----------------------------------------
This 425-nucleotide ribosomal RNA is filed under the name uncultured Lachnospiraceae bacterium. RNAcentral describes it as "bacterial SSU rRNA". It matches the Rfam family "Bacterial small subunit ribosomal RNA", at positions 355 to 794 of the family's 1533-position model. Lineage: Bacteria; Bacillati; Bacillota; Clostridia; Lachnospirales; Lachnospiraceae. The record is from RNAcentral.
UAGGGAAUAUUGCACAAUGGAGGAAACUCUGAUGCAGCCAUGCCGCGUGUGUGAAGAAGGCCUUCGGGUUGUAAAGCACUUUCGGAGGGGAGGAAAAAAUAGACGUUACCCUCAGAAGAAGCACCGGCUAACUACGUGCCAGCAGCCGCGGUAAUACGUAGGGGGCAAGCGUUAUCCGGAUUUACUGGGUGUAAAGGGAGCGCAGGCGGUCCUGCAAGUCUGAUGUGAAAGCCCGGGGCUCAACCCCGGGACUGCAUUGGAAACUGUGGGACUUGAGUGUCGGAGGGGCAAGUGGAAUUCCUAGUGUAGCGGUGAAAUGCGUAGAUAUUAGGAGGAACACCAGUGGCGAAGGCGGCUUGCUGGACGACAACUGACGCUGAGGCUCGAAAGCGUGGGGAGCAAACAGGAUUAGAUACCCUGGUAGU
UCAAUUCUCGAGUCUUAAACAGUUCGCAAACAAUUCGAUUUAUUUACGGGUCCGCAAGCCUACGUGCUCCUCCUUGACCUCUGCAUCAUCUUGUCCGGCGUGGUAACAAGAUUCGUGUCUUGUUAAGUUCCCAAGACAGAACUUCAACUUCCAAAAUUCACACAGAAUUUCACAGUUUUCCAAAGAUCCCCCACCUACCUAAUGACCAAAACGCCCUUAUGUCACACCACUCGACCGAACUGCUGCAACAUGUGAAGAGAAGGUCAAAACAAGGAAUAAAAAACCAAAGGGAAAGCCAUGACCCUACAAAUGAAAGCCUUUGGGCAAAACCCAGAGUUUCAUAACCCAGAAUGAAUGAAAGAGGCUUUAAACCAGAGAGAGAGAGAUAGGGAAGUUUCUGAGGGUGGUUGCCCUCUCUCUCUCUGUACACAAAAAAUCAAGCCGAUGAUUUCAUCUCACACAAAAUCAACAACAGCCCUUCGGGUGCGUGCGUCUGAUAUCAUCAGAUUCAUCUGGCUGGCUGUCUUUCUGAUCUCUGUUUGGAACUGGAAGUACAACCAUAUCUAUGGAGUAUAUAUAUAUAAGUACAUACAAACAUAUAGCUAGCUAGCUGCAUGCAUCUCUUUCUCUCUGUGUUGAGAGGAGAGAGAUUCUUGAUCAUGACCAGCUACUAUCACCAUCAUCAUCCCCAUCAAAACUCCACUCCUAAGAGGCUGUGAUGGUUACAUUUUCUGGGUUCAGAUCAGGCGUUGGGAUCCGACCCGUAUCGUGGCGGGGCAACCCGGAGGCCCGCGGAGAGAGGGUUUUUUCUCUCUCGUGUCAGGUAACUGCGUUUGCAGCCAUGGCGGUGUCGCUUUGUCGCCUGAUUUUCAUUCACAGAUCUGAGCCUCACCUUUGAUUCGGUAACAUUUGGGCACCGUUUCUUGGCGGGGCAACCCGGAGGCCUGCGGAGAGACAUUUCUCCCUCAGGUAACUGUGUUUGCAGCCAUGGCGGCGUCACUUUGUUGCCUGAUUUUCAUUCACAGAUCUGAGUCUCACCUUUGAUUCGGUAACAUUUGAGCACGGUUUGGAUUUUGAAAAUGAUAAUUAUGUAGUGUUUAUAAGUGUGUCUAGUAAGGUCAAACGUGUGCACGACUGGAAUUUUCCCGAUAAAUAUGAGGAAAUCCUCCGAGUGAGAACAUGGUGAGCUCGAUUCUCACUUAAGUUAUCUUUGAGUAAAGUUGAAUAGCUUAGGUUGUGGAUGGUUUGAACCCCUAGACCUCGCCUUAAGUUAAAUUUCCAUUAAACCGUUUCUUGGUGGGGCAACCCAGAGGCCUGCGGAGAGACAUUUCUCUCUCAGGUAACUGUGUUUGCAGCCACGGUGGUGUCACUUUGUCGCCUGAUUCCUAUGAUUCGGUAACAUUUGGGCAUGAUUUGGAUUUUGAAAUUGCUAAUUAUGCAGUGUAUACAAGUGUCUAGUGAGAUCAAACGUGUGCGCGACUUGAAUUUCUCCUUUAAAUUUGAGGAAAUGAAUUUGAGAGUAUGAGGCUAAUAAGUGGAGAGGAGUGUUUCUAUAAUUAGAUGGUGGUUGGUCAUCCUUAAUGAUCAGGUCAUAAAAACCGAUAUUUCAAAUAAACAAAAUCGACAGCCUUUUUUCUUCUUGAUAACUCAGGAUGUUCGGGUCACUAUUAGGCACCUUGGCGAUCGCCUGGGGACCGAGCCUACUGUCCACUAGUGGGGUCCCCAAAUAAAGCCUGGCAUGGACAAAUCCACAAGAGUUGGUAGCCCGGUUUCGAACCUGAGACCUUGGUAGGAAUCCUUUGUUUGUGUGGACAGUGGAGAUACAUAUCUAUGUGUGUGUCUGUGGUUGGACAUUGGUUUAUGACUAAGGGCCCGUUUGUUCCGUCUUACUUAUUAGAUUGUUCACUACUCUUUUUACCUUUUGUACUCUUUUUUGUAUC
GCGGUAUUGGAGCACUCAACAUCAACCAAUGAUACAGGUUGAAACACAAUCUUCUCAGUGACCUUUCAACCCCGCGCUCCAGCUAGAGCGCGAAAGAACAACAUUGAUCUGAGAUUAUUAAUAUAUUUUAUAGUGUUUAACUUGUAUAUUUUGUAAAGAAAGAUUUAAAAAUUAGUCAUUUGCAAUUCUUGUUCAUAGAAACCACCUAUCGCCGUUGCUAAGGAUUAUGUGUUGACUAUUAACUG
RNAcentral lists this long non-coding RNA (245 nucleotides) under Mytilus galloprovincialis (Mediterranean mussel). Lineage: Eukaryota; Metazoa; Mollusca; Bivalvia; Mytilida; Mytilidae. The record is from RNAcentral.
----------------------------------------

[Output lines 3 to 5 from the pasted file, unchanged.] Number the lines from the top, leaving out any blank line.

UCAAUUCUCGAGUCUUAAACAGUUCGCAAACAAUUCGAUUUAUUUACGGGUCCGCAAGCCUACGUGCUCCUCCUUGACCUCUGCAUCAUCUUGUCCGGCGUGGUAACAAGAUUCGUGUCUUGUUAAGUUCCCAAGACAGAACUUCAACUUCCAAAAUUCACACAGAAUUUCACAGUUUUCCAAAGAUCCCCCACCUACCUAAUGACCAAAACGCCCUUAUGUCACACCACUCGACCGAACUGCUGCAACAUGUGAAGAGAAGGUCAAAACAAGGAAUAAAAAACCAAAGGGAAAGCCAUGACCCUACAAAUGAAAGCCUUUGGGCAAAACCCAGAGUUUCAUAACCCAGAAUGAAUGAAAGAGGCUUUAAACCAGAGAGAGAGAGAUAGGGAAGUUUCUGAGGGUGGUUGCCCUCUCUCUCUCUGUACACAAAAAAUCAAGCCGAUGAUUUCAUCUCACACAAAAUCAACAACAGCCCUUCGGGUGCGUGCGUCUGAUAUCAUCAGAUUCAUCUGGCUGGCUGUCUUUCUGAUCUCUGUUUGGAACUGGAAGUACAACCAUAUCUAUGGAGUAUAUAUAUAUAAGUACAUACAAACAUAUAGCUAGCUAGCUGCAUGCAUCUCUUUCUCUCUGUGUUGAGAGGAGAGAGAUUCUUGAUCAUGACCAGCUACUAUCACCAUCAUCAUCCCCAUCAAAACUCCACUCCUAAGAGGCUGUGAUGGUUACAUUUUCUGGGUUCAGAUCAGGCGUUGGGAUCCGACCCGUAUCGUGGCGGGGCAACCCGGAGGCCCGCGGAGAGAGGGUUUUUUCUCUCUCGUGUCAGGUAACUGCGUUUGCAGCCAUGGCGGUGUCGCUUUGUCGCCUGAUUUUCAUUCACAGAUCUGAGCCUCACCUUUGAUUCGGUAACAUUUGGGCACCGUUUCUUGGCGGGGCAACCCGGAGGCCUGCGGAGAGACAUUUCUCCCUCAGGUAACUGUGUUUGCAGCCAUGGCGGCGUCACUUUGUUGCCUGAUUUUCAUUCACAGAUCUGAGUCUCACCUUUGAUUCGGUAACAUUUGAGCACGGUUUGGAUUUUGAAAAUGAUAAUUAUGUAGUGUUUAUAAGUGUGUCUAGUAAGGUCAAACGUGUGCACGACUGGAAUUUUCCCGAUAAAUAUGAGGAAAUCCUCCGAGUGAGAACAUGGUGAGCUCGAUUCUCACUUAAGUUAUCUUUGAGUAAAGUUGAAUAGCUUAGGUUGUGGAUGGUUUGAACCCCUAGACCUCGCCUUAAGUUAAAUUUCCAUUAAACCGUUUCUUGGUGGGGCAACCCAGAGGCCUGCGGAGAGACAUUUCUCUCUCAGGUAACUGUGUUUGCAGCCACGGUGGUGUCACUUUGUCGCCUGAUUCCUAUGAUUCGGUAACAUUUGGGCAUGAUUUGGAUUUUGAAAUUGCUAAUUAUGCAGUGUAUACAAGUGUCUAGUGAGAUCAAACGUGUGCGCGACUUGAAUUUCUCCUUUAAAUUUGAGGAAAUGAAUUUGAGAGUAUGAGGCUAAUAAGUGGAGAGGAGUGUUUCUAUAAUUAGAUGGUGGUUGGUCAUCCUUAAUGAUCAGGUCAUAAAAACCGAUAUUUCAAAUAAACAAAAUCGACAGCCUUUUUUCUUCUUGAUAACUCAGGAUGUUCGGGUCACUAUUAGGCACCUUGGCGAUCGCCUGGGGACCGAGCCUACUGUCCACUAGUGGGGUCCCCAAAUAAAGCCUGGCAUGGACAAAUCCACAAGAGUUGGUAGCCCGGUUUCGAACCUGAGACCUUGGUAGGAAUCCUUUGUUUGUGUGGACAGUGGAGAUACAUAUCUAUGUGUGUGUCUGUGGUUGGACAUUGGUUUAUGACUAAGGGCCCGUUUGUUCCGUCUUACUUAUUAGAUUGUUCACUACUCUUUUUACCUUUUGUACUCUUUUUUGUAUC
GCGGUAUUGGAGCACUCAACAUCAACCAAUGAUACAGGUUGAAACACAAUCUUCUCAGUGACCUUUCAACCCCGCGCUCCAGCUAGAGCGCGAAAGAACAACAUUGAUCUGAGAUUAUUAAUAUAUUUUAUAGUGUUUAACUUGUAUAUUUUGUAAAGAAAGAUUUAAAAAUUAGUCAUUUGCAAUUCUUGUUCAUAGAAACCACCUAUCGCCGUUGCUAAGGAUUAUGUGUUGACUAUUAACUG
RNAcentral lists this long non-coding RNA (245 nucleotides) under Mytilus galloprovincialis (Mediterranean mussel). Lineage: Eukaryota; Metazoa; Mollusca; Bivalvia; Mytilida; Mytilidae. The record is from RNAcentral.